Every day, Gurcharan Singh and his wife Sunderan of Jalandhar get up at 5 in the morning, pick up broomsticks, sweep around 30 streets, unclog drains, and aim, often unsuccessfully, to turn back home by 10 am. And in return, each of them gets a monthly honorarium of Rs 300 from their employers — Gram Panchayats — and a cup of atta from each of the 500 houses of Tut Kalan and Billa Nawab villages every week.
But the last time, around 16,000 safai karamcharis like Singh and his wife working for 13,018 gram panchayats of Punjab’s 22 districts, got their government-allotted pay was in 2014.
“I have been cleaning my village since 1984, and after my marriage, my wife also started working in the neighbouring gram panchayat. Earlier we used to get a small bowl of ‘atta’ from every house in the village in return for our work, and since 2007 Punjab government started paying Rs 300 monthly for this work,” said Gurcharan.
Since the government job doesn’t pay enough to sustain their family of four school-going children, they rear pigs and cows. “We rear pigs to meet our basic needs,” he said.
The lack of a living wage has cast a shadow on the central government’s ambitious Swachh Bharat campaign. The Punjab government began paying the honorarium since 2007, which has been held up since 2014. Though in June this year, the Rural Development and Panchayats Department of Punjab released Rs 4.69 crore to 13,018 Gram Panchayats as one year’s (2018-19) stipend, the money hasn’t reached the workers. The pending honorarium was to be credited to workers’ bank accounts by the District Development and Panchayat Officer (DDPO).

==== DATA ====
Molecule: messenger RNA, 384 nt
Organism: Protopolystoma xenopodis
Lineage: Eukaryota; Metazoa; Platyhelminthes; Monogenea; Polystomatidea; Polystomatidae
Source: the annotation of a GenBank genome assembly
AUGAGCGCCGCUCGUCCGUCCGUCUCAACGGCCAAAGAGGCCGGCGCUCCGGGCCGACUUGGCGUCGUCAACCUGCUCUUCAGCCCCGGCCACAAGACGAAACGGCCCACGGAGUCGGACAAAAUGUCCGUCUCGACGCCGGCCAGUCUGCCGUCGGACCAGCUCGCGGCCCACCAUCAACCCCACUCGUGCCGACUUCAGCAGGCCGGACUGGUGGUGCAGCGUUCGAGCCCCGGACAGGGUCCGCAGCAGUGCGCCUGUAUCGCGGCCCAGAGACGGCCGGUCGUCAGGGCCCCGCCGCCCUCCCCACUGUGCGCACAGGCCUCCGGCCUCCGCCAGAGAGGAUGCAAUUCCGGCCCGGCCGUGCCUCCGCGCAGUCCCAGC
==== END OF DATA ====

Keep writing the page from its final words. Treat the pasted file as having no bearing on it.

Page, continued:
Jalandhar DDPO Ajay Kumar said they were collecting the account details of workers and the money would be released soon. “Rs 300 per month is quite a meagre amount,” he said, adding that the delay was because sometimes “if one account number if not correct then the entire amount gets stuck. We will utilise this year’s amount”.
However, there is no word from the government on three years’ arrears.
Department of Rural Development and Panchayat secretary Anurag Verma said: “The honorarium is quite low”. He said they would “first take up the case of pending pay for three years” (2015 to 2017). The department’s director Jaskaran Singh too said he “will take up the matter of enhancement of their honorarium which is quite low at the moment”.
Gurcharan is luckier than his peers in other villages. “My wife is still working on honorarium and flour but after three decades of service, my village panchayat has started paying me Rs 2,000 salary but that too comes after a wait of several months”.
Pendu Safai Mazdoor Union (Punjab) President Prem Lal Sarthar said: “There are around 16,000 employees who get just the honorarium while around 10% panchayats in the state pay Rs 1,500 to Rs 2,000 under sanitation head”.
“In today’s time, how can somebody justify Rs 300 honorarium. Even neighbouring Haryana, which began with a monthly stipend of Rs 3,500, now pays Rs 10,500 to such workers,” he said. Pendu Mazdoor Union leader Tarsem Peter, said they are taking up the case with the government.
Asked about the low pay and the red tape holding up payment, Punjab Panchayat and Rural Development Minister Tripat Rajinder Bajwa said he “will check it”.